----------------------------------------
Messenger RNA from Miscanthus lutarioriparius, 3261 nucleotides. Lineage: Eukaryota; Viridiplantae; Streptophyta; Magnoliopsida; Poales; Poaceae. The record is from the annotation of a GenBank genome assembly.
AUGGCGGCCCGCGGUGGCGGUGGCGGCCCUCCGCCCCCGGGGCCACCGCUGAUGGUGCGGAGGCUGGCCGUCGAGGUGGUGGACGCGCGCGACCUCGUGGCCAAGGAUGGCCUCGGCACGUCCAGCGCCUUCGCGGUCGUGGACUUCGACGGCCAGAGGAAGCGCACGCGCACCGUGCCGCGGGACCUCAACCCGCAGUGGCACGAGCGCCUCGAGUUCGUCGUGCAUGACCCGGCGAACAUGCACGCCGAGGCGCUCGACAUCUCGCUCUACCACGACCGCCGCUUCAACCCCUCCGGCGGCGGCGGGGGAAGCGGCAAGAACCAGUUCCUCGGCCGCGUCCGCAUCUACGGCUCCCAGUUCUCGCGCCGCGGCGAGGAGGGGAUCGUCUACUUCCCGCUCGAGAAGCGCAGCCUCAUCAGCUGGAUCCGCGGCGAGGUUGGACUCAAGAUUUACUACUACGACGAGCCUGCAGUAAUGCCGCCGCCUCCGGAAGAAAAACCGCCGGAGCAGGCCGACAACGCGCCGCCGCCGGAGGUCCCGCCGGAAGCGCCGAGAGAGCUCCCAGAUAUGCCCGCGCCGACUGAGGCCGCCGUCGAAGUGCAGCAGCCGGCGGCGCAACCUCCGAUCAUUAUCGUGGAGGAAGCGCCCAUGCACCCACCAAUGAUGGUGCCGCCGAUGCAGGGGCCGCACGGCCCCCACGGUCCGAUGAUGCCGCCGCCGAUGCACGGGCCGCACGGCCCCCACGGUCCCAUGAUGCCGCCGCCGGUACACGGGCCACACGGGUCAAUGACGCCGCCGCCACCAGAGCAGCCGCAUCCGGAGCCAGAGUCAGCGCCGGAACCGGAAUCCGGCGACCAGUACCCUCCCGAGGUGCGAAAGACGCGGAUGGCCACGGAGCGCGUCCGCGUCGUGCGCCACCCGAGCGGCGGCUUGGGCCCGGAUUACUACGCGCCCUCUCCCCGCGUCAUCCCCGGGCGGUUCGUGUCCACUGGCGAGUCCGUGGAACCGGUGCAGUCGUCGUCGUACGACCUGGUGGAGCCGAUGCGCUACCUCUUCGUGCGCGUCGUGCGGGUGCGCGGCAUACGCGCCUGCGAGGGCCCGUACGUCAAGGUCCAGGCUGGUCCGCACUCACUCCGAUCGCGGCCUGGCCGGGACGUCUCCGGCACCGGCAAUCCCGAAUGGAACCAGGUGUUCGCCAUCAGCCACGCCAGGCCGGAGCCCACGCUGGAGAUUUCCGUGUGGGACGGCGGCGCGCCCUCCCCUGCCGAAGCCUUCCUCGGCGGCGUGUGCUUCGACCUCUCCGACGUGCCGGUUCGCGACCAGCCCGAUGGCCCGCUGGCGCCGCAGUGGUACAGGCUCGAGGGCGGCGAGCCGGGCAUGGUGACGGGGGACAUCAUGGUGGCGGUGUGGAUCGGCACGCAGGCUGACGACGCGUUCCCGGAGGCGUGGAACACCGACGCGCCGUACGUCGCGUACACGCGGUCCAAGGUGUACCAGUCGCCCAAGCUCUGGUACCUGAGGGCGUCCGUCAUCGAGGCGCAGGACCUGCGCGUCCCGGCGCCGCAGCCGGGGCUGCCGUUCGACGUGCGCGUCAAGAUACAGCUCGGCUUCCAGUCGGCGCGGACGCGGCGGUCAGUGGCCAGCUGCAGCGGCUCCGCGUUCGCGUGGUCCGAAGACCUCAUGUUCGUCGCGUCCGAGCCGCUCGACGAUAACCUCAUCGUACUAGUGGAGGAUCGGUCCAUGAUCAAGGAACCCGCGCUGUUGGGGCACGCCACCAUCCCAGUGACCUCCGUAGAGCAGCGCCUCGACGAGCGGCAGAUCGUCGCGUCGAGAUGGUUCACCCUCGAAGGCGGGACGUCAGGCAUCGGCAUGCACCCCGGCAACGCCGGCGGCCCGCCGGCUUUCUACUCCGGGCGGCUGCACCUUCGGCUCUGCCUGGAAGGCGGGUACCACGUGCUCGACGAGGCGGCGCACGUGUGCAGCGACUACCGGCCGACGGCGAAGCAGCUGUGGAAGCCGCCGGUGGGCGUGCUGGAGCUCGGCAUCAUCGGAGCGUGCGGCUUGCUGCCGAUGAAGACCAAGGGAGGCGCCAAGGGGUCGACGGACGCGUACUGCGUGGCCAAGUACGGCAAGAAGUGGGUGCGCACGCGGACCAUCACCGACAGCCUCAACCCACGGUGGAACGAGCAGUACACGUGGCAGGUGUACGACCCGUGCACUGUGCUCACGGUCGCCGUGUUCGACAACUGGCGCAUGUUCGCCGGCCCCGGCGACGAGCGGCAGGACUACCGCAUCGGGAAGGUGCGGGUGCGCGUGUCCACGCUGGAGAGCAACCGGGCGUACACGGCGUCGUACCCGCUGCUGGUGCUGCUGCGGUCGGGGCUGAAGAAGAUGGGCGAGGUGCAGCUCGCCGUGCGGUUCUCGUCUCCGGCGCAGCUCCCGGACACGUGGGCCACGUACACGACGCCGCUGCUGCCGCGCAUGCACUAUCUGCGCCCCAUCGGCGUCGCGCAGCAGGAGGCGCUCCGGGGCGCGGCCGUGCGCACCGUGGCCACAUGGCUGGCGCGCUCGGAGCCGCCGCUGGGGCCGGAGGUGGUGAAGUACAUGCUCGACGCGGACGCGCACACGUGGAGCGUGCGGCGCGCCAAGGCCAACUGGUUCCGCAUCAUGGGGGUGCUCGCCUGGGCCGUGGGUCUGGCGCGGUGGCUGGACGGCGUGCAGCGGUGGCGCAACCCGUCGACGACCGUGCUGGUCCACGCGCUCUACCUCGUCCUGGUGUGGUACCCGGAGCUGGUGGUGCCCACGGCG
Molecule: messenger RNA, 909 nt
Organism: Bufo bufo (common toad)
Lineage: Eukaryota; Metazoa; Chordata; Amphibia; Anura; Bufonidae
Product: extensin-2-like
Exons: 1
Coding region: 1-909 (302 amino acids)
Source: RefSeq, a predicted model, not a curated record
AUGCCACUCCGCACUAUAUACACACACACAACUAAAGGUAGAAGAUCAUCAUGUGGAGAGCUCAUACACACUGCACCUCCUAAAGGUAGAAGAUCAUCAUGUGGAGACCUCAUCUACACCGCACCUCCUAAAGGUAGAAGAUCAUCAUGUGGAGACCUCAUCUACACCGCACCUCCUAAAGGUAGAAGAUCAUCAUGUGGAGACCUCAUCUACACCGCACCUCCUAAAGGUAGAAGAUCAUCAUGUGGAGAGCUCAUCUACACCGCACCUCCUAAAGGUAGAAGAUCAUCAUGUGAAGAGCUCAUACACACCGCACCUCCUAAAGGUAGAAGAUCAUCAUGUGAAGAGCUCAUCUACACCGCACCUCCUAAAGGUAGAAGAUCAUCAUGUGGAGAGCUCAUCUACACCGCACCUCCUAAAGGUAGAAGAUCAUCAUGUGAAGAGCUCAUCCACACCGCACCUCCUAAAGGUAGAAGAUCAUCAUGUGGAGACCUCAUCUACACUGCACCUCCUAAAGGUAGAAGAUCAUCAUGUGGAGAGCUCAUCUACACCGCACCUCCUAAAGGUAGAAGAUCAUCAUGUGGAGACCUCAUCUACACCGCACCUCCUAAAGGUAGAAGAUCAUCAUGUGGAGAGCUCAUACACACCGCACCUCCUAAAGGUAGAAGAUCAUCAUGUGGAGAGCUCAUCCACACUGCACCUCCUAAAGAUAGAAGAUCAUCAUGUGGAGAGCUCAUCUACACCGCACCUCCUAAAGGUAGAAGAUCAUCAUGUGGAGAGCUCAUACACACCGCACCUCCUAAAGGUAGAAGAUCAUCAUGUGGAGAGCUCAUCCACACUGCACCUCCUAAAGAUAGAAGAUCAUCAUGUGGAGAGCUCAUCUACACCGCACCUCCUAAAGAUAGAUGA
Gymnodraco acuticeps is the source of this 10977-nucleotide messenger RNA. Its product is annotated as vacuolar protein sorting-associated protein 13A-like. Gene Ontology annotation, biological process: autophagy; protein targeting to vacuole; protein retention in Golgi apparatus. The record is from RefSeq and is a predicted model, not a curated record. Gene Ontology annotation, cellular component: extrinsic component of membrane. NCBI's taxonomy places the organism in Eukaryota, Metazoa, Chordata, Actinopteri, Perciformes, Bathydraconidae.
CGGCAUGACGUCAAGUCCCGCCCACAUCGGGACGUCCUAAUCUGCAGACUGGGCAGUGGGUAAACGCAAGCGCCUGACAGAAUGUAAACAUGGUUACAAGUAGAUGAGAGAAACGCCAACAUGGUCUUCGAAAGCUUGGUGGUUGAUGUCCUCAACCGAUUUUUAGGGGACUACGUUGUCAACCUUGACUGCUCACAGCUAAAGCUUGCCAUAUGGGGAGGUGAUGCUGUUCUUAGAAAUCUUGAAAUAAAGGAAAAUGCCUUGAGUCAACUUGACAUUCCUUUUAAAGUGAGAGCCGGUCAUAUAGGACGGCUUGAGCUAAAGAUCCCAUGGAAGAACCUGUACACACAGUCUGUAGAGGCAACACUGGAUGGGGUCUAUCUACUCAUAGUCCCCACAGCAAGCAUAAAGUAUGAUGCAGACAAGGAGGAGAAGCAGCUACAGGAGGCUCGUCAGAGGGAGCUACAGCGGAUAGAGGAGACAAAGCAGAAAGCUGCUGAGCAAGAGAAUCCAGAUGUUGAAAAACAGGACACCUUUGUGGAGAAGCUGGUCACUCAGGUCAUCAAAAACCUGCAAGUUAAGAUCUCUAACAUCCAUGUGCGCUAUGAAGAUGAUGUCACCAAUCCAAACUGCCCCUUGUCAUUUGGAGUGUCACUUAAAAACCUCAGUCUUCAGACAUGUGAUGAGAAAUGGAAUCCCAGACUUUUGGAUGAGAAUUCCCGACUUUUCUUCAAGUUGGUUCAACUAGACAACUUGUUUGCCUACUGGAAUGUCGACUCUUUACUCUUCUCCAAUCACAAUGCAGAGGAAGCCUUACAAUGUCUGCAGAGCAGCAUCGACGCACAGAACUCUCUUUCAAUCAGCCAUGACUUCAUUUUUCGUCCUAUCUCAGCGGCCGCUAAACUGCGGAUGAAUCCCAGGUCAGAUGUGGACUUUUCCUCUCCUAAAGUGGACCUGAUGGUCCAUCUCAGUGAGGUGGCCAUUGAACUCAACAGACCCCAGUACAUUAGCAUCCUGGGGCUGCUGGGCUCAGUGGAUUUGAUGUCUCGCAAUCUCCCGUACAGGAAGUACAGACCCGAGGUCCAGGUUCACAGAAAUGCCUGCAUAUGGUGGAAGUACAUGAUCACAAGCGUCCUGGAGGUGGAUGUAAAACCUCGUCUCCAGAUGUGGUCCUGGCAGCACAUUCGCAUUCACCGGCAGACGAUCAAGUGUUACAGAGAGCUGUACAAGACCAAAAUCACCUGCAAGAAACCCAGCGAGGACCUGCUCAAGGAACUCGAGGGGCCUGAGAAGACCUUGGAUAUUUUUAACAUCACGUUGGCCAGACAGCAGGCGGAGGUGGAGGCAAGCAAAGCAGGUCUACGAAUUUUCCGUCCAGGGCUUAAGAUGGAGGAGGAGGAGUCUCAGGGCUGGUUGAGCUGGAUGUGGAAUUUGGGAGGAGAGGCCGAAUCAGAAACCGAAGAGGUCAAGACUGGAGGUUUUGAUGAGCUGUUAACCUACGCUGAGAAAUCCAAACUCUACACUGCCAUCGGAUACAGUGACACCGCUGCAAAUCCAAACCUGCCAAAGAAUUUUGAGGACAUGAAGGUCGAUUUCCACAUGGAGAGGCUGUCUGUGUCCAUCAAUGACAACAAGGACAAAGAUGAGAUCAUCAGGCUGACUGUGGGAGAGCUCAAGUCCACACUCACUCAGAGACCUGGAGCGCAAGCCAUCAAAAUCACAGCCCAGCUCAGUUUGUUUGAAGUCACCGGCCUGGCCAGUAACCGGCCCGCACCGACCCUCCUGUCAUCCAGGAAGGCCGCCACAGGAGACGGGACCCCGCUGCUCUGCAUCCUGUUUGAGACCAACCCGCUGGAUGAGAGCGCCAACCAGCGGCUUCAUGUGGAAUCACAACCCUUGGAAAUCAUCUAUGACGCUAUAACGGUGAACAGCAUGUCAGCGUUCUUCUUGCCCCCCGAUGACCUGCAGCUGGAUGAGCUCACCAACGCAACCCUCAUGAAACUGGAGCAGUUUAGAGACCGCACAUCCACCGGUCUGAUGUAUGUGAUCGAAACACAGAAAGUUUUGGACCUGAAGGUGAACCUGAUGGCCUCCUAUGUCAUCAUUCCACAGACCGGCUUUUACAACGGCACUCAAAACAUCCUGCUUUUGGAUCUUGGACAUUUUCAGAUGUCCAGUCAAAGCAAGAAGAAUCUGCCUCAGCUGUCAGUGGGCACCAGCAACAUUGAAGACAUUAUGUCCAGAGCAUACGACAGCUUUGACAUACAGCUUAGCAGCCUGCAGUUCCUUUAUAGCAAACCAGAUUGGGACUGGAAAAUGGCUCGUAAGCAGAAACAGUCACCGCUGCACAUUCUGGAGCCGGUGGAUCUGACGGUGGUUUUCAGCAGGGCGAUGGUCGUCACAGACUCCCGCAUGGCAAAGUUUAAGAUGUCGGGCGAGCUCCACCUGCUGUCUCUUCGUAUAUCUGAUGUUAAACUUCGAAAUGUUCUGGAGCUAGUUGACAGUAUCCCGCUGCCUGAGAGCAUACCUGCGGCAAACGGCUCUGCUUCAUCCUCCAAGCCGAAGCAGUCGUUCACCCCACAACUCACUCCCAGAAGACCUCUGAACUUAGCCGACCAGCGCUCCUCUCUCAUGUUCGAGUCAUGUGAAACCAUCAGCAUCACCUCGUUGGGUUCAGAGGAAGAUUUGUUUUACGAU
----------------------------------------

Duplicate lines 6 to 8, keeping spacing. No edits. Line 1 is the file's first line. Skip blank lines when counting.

Product: extensin-2-like
Exons: 1
Coding region: 1-909 (302 amino acids)